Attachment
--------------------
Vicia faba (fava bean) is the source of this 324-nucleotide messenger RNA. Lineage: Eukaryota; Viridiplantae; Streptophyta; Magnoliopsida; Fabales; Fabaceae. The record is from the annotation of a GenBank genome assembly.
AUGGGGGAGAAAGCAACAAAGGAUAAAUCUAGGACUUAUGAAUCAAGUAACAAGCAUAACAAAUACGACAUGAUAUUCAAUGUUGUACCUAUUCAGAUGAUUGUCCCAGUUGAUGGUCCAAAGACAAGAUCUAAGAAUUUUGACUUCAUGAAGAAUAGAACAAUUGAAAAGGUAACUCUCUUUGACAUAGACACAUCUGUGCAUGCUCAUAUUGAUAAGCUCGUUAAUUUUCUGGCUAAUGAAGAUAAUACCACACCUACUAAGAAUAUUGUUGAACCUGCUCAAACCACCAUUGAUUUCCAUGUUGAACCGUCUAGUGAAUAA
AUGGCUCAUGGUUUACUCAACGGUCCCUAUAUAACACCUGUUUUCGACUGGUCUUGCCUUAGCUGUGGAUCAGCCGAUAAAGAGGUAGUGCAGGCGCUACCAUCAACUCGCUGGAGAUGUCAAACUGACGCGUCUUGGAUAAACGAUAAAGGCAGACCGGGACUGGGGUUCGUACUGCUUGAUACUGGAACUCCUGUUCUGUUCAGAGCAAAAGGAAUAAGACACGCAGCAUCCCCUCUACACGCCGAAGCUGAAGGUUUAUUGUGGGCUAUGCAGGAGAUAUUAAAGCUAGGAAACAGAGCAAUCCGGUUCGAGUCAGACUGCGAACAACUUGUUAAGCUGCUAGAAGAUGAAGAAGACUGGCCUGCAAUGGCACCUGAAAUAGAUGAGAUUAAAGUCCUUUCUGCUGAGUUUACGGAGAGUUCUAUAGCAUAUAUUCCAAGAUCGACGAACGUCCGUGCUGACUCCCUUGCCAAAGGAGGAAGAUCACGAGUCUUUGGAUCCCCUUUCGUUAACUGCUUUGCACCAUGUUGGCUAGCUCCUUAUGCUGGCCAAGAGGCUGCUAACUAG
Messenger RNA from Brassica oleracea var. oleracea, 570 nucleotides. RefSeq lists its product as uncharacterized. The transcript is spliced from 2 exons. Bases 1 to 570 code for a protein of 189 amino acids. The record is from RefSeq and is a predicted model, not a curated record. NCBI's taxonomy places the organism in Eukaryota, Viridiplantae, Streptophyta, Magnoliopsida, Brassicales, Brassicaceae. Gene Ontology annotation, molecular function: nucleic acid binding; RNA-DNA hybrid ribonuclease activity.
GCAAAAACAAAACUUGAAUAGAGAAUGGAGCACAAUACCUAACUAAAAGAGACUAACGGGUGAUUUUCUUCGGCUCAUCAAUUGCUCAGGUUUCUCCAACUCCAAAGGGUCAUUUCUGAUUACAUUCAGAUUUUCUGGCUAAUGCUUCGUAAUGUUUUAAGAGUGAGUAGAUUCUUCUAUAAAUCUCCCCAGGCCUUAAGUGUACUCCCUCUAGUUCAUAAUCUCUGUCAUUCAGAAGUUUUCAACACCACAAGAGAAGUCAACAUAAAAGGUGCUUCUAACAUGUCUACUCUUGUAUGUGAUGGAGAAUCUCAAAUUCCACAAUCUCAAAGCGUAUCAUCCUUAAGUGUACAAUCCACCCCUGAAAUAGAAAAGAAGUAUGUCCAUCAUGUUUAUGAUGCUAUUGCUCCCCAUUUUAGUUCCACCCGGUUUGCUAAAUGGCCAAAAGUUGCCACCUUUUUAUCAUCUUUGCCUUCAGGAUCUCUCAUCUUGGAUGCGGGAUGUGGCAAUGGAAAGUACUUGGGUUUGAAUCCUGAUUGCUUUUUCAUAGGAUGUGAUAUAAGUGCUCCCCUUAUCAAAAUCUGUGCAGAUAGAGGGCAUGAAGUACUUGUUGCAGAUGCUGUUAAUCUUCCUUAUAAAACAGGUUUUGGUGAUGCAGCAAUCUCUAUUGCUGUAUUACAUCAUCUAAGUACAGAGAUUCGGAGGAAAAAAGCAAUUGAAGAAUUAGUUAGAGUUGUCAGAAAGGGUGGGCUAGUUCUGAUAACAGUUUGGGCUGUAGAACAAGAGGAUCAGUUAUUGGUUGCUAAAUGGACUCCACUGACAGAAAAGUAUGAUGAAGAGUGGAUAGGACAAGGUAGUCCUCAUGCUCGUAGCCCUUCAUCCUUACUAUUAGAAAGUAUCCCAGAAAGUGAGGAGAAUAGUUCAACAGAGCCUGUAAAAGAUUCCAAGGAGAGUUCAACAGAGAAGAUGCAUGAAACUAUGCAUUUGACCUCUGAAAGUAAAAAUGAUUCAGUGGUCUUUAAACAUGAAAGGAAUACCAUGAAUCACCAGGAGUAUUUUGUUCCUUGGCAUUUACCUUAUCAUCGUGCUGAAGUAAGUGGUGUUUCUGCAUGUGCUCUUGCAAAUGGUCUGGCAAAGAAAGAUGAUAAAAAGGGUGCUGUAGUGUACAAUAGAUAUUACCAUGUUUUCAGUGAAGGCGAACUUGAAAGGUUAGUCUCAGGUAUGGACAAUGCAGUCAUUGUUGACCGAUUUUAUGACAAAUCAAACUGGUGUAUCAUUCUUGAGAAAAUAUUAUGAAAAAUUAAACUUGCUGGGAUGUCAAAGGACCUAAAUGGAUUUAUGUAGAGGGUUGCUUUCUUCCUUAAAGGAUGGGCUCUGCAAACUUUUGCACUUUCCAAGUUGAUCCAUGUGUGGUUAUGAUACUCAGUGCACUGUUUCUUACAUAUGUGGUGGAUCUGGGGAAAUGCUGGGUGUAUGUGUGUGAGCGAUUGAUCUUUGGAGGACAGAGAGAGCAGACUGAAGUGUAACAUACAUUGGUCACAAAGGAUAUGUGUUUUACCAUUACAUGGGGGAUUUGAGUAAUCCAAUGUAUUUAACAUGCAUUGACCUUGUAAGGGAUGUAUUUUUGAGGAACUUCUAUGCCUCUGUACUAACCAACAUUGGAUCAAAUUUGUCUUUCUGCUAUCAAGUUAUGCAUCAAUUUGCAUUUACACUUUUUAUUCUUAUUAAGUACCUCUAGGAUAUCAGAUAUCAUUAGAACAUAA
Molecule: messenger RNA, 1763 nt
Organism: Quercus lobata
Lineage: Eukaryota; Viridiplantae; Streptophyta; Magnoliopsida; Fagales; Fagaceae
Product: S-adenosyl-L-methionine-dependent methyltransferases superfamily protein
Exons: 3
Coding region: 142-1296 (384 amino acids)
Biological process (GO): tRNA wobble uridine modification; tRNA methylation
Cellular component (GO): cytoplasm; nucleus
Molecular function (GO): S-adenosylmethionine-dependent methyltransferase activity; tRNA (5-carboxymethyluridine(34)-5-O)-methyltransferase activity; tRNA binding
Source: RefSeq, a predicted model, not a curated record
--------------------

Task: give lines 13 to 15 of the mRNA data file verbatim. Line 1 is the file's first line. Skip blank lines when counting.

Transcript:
Cellular component (GO): cytoplasm; nucleus
Molecular function (GO): S-adenosylmethionine-dependent methyltransferase activity; tRNA (5-carboxymethyluridine(34)-5-O)-methyltransferase activity; tRNA binding
Source: RefSeq, a predicted model, not a curated record